Abstract:
BACKGROUND: Unhealthy weight control behaviours (UWCB) among adolescents have significant health and weight consequences. The current longitudinal study aimed to identify personal and socio-environmental predictors of initiation or persistence of adolescent UWCB, in order to inform development of programs aimed at both preventing and stopping UWCB.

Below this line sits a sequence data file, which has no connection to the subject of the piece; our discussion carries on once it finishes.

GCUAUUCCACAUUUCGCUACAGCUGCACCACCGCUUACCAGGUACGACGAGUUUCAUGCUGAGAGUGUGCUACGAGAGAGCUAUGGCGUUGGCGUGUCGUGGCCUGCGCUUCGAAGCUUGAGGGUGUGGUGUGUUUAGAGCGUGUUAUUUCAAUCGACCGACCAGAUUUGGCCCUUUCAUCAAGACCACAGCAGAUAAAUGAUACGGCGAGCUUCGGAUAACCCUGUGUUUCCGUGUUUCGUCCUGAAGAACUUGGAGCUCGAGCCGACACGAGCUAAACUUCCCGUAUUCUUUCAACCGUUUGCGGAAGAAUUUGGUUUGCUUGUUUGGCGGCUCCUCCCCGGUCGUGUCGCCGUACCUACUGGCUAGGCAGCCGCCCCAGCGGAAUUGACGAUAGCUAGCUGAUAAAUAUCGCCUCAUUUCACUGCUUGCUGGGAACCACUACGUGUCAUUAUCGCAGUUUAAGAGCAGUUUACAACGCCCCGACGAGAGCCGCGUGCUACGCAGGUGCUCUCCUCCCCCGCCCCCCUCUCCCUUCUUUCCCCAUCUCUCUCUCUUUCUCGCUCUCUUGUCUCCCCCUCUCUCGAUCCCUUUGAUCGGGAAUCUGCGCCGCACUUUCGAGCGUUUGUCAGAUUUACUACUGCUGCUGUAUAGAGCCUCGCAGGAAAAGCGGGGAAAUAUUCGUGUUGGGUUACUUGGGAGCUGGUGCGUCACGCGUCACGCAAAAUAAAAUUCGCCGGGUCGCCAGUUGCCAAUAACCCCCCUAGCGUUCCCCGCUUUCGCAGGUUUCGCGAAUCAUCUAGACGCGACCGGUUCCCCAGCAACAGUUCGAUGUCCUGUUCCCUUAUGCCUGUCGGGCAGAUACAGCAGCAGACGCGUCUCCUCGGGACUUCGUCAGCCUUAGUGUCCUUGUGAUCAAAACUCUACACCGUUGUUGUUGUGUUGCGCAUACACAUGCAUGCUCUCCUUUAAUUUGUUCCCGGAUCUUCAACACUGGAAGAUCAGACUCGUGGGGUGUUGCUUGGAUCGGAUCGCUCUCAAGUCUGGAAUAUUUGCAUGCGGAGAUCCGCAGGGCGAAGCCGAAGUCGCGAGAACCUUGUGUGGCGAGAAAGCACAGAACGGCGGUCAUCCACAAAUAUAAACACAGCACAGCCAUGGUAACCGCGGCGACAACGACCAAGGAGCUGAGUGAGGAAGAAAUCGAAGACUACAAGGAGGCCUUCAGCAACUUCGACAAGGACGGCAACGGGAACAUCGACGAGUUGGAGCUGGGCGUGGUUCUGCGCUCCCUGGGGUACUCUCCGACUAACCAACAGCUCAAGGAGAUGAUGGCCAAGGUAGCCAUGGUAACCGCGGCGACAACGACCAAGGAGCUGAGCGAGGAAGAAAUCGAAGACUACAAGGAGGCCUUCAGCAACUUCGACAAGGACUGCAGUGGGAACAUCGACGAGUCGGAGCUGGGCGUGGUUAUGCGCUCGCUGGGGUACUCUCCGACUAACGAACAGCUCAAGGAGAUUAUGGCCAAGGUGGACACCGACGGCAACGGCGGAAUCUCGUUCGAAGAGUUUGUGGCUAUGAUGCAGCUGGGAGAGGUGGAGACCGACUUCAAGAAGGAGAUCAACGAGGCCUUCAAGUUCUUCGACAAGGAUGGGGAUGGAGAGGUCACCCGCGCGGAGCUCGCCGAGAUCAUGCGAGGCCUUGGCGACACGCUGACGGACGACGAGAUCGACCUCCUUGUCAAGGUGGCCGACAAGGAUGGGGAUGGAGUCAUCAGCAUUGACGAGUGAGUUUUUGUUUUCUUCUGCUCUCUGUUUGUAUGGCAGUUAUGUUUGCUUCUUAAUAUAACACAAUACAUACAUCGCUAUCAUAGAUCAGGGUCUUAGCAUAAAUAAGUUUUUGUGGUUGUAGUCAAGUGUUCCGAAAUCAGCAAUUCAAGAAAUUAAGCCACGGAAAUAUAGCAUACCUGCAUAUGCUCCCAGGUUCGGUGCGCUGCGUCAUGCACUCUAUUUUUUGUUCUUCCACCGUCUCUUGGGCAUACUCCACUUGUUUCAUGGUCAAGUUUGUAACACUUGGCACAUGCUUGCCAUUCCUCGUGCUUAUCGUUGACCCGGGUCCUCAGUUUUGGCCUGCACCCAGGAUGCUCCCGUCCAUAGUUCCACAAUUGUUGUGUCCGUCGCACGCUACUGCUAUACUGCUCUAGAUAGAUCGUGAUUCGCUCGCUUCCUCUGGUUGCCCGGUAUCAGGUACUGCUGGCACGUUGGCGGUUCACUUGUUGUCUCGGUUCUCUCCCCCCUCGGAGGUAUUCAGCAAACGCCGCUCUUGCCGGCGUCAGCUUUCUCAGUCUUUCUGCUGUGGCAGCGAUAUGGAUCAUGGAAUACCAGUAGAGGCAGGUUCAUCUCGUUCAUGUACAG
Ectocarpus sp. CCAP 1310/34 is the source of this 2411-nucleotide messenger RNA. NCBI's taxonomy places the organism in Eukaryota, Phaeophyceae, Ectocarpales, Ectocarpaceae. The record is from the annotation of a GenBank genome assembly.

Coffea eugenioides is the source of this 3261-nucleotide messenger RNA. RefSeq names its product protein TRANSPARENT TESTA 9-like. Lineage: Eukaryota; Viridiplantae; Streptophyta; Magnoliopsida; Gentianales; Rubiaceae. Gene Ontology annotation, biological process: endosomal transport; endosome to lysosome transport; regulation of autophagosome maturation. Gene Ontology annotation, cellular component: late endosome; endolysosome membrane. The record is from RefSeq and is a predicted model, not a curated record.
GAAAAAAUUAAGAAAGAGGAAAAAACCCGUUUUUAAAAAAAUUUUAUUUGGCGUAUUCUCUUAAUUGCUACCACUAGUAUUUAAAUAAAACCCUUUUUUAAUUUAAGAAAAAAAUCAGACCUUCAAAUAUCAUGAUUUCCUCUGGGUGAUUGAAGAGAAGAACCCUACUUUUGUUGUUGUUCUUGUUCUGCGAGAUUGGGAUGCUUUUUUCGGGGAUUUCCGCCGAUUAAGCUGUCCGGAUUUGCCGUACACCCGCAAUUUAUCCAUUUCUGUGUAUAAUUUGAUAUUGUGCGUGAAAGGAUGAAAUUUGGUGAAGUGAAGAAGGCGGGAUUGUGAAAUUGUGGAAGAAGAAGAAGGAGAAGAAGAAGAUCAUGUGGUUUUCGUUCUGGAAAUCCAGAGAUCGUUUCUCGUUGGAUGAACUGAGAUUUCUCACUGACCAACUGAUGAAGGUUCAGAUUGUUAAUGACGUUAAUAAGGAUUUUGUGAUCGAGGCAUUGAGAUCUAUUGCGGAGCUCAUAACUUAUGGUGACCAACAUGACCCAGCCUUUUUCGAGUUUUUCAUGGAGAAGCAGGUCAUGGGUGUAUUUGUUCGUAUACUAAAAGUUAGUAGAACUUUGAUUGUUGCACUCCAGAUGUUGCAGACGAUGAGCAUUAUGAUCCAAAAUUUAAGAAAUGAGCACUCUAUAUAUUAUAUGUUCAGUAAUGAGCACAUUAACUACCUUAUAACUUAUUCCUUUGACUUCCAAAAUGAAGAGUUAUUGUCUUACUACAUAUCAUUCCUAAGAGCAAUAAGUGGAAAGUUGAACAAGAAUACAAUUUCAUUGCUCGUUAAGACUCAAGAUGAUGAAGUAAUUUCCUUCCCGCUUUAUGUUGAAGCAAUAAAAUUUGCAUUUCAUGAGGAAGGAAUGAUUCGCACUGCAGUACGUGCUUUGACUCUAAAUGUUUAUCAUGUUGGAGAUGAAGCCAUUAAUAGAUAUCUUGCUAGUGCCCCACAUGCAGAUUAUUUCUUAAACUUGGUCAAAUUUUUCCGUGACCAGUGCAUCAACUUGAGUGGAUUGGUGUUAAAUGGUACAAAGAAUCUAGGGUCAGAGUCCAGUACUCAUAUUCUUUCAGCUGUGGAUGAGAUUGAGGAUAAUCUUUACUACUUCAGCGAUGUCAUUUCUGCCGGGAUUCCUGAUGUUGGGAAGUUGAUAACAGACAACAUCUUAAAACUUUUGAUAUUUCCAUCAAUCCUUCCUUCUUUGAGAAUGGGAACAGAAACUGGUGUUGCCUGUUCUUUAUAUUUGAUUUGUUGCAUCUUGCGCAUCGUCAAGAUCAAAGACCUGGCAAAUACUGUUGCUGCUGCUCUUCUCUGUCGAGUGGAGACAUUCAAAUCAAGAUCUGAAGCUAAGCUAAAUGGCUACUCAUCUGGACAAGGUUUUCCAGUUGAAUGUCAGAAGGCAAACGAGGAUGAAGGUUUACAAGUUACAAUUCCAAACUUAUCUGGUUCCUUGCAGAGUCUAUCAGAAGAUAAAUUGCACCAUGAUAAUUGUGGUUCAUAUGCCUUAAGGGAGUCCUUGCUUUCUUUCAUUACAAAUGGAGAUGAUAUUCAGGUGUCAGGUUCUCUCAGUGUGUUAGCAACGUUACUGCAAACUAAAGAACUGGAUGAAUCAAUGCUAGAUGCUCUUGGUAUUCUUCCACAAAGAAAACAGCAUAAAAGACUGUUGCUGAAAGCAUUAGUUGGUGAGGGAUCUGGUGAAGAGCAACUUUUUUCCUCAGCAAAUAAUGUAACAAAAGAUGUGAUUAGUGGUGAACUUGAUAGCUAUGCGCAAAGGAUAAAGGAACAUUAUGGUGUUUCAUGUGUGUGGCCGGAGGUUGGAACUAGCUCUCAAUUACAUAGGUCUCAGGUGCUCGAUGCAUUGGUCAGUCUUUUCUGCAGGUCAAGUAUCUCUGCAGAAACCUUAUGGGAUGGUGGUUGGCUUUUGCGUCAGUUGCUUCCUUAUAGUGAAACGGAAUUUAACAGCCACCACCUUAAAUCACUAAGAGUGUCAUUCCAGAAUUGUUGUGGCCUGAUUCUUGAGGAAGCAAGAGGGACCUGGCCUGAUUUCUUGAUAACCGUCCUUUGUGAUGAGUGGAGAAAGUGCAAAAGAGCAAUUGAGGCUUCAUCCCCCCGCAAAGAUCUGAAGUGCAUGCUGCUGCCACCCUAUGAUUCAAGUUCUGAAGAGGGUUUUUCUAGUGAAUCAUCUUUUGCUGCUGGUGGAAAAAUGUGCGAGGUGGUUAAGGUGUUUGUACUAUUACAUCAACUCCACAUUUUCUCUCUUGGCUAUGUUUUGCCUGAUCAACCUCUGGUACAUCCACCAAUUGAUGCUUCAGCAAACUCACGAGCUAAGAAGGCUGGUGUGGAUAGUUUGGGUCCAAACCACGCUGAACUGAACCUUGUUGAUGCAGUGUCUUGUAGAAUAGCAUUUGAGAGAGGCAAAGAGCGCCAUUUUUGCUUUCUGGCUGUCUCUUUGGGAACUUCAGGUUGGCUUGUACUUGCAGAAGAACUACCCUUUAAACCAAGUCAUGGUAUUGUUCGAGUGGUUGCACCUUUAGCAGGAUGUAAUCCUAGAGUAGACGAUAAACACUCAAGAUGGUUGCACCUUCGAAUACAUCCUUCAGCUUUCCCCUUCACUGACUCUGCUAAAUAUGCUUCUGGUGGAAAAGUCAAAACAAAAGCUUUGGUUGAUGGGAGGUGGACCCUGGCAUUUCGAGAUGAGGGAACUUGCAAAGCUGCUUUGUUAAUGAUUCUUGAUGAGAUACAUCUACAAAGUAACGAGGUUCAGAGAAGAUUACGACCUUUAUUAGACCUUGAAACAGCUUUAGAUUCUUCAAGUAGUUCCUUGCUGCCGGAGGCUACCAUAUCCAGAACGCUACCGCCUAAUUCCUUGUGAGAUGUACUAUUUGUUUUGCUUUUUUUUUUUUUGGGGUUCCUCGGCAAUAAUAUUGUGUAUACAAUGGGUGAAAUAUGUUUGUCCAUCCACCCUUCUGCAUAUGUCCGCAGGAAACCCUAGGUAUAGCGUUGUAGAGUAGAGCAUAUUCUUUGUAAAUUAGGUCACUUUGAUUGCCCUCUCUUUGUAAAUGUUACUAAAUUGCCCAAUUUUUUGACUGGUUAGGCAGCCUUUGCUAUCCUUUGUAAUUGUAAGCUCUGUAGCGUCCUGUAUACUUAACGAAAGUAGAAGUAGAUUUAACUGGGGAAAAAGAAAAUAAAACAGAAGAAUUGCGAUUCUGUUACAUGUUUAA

METHODS: A diverse sample included 1106 boys and 1362 girls from 31 middle schools and high schools in the United States who were enrolled in Project EAT (Eating Among Teens). Project EAT explored personal, behavioural, and socio-environmental factors associated with dietary intake and body weight in adolescence. Participants completed questionnaires to assess demographics, UWCB (including several methods of food restriction, purging by vomiting or medications, smoking to control weight, or food substitutions) and personal and socio-environmental variables at two time points, five years apart, between 1998 and 2004. Logistic regression models examined personal and socio-environmental predictors of initiation and persistence of UWCB among Project EAT participants.